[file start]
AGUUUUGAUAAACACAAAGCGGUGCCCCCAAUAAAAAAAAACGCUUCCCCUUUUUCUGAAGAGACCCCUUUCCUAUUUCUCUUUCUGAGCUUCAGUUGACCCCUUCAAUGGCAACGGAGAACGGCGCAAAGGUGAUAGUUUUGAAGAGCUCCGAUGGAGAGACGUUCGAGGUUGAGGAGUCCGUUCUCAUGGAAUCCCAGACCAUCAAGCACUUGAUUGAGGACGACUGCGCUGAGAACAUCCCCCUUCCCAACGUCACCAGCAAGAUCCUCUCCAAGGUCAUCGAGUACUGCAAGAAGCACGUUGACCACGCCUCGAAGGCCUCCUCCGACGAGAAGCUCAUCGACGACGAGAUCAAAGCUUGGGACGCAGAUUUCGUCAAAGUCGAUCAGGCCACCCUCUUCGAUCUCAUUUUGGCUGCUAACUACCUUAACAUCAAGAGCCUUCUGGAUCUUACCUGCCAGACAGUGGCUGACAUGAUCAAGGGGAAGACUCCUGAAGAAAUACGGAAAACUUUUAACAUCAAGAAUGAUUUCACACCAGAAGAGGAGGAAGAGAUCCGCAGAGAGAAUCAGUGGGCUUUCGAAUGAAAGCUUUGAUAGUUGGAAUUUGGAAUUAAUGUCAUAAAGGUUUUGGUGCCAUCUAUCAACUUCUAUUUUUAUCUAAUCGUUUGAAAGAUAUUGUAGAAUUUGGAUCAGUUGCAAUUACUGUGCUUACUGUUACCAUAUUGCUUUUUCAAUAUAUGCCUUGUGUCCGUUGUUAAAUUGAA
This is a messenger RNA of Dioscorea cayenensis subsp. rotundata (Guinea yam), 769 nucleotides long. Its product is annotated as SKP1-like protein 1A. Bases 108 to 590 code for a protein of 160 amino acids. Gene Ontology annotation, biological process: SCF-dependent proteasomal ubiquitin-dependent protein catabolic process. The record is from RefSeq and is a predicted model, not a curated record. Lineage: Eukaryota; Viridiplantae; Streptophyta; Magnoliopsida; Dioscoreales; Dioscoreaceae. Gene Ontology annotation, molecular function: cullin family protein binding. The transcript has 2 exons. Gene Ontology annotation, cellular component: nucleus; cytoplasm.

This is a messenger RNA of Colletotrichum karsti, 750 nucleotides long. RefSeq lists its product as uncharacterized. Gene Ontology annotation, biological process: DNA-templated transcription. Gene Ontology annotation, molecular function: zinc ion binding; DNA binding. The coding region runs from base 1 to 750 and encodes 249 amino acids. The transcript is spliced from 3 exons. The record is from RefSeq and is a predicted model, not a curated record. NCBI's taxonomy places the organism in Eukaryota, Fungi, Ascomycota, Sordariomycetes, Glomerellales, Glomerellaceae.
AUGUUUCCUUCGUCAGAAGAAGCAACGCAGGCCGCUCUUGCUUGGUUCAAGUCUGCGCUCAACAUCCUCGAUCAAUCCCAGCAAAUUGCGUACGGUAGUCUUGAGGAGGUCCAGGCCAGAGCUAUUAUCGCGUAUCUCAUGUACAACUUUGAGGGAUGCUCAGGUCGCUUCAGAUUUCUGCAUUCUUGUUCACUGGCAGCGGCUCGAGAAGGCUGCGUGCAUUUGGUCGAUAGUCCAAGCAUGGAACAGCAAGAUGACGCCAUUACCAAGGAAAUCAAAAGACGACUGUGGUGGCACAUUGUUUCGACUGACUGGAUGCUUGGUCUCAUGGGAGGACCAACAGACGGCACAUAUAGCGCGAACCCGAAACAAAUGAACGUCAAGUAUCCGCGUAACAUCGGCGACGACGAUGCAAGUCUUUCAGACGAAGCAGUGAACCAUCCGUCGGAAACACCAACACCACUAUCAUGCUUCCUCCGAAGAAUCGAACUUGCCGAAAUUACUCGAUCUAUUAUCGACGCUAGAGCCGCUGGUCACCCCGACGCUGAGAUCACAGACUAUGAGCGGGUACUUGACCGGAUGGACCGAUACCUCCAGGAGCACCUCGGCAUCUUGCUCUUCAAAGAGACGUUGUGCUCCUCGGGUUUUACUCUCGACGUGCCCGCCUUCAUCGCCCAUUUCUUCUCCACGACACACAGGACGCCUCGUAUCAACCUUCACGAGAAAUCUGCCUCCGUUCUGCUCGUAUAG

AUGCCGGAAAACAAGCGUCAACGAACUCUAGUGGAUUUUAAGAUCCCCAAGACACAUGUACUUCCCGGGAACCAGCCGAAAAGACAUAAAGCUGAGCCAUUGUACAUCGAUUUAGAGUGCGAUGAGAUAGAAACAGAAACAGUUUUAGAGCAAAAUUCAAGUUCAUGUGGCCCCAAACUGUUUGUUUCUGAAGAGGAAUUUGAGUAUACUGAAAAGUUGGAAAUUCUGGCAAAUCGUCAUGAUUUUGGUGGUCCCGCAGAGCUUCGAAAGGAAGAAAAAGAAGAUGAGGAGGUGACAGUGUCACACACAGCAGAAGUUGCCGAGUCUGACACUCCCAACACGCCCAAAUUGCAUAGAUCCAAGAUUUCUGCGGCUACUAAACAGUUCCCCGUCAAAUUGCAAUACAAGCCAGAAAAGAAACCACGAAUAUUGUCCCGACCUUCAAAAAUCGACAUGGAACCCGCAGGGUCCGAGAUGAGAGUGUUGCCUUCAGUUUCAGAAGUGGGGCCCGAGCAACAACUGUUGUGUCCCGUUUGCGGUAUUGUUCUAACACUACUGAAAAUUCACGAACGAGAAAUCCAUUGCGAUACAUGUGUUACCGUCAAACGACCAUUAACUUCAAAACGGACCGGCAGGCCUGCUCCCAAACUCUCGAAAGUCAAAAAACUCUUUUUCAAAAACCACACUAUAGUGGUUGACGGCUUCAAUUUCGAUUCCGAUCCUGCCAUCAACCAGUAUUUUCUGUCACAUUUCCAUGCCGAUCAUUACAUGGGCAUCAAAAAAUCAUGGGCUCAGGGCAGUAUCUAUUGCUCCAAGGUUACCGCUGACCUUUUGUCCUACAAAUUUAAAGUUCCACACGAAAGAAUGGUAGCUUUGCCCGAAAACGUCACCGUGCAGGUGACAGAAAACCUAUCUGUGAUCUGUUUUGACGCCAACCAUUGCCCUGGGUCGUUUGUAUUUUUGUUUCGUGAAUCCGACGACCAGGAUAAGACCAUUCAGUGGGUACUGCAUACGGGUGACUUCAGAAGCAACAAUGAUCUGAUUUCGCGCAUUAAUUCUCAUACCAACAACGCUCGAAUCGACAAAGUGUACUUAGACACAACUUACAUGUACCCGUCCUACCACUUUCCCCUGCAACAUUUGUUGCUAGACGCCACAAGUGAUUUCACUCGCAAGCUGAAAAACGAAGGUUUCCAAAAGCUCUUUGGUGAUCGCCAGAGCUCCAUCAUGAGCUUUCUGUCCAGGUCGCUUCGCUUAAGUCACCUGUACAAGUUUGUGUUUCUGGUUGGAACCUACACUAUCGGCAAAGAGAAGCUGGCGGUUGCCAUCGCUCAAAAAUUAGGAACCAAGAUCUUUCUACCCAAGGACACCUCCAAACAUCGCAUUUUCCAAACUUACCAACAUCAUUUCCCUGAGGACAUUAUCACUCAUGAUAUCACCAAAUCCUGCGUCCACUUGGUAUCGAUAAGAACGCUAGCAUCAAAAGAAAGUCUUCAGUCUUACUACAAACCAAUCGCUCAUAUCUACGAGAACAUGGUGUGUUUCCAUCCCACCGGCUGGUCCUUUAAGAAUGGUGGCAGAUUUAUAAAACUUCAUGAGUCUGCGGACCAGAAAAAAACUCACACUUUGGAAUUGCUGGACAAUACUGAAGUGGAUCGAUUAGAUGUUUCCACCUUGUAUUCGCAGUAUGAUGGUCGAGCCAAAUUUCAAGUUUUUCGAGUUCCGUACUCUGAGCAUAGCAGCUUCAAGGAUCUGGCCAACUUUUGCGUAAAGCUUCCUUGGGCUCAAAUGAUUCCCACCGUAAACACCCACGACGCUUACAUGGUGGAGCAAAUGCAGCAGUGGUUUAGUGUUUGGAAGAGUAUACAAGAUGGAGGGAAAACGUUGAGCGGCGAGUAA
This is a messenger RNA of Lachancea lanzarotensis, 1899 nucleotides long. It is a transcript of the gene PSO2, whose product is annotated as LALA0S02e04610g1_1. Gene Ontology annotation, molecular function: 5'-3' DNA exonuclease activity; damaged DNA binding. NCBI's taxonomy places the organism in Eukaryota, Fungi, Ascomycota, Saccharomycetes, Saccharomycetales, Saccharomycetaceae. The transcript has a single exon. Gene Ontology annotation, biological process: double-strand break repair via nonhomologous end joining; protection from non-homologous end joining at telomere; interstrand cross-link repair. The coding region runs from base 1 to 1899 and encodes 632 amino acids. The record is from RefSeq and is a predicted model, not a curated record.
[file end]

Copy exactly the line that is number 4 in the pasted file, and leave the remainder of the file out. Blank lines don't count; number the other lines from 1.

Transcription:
AUGUUUCCUUCGUCAGAAGAAGCAACGCAGGCCGCUCUUGCUUGGUUCAAGUCUGCGCUCAACAUCCUCGAUCAAUCCCAGCAAAUUGCGUACGGUAGUCUUGAGGAGGUCCAGGCCAGAGCUAUUAUCGCGUAUCUCAUGUACAACUUUGAGGGAUGCUCAGGUCGCUUCAGAUUUCUGCAUUCUUGUUCACUGGCAGCGGCUCGAGAAGGCUGCGUGCAUUUGGUCGAUAGUCCAAGCAUGGAACAGCAAGAUGACGCCAUUACCAAGGAAAUCAAAAGACGACUGUGGUGGCACAUUGUUUCGACUGACUGGAUGCUUGGUCUCAUGGGAGGACCAACAGACGGCACAUAUAGCGCGAACCCGAAACAAAUGAACGUCAAGUAUCCGCGUAACAUCGGCGACGACGAUGCAAGUCUUUCAGACGAAGCAGUGAACCAUCCGUCGGAAACACCAACACCACUAUCAUGCUUCCUCCGAAGAAUCGAACUUGCCGAAAUUACUCGAUCUAUUAUCGACGCUAGAGCCGCUGGUCACCCCGACGCUGAGAUCACAGACUAUGAGCGGGUACUUGACCGGAUGGACCGAUACCUCCAGGAGCACCUCGGCAUCUUGCUCUUCAAAGAGACGUUGUGCUCCUCGGGUUUUACUCUCGACGUGCCCGCCUUCAUCGCCCAUUUCUUCUCCACGACACACAGGACGCCUCGUAUCAACCUUCACGAGAAAUCUGCCUCCGUUCUGCUCGUAUAG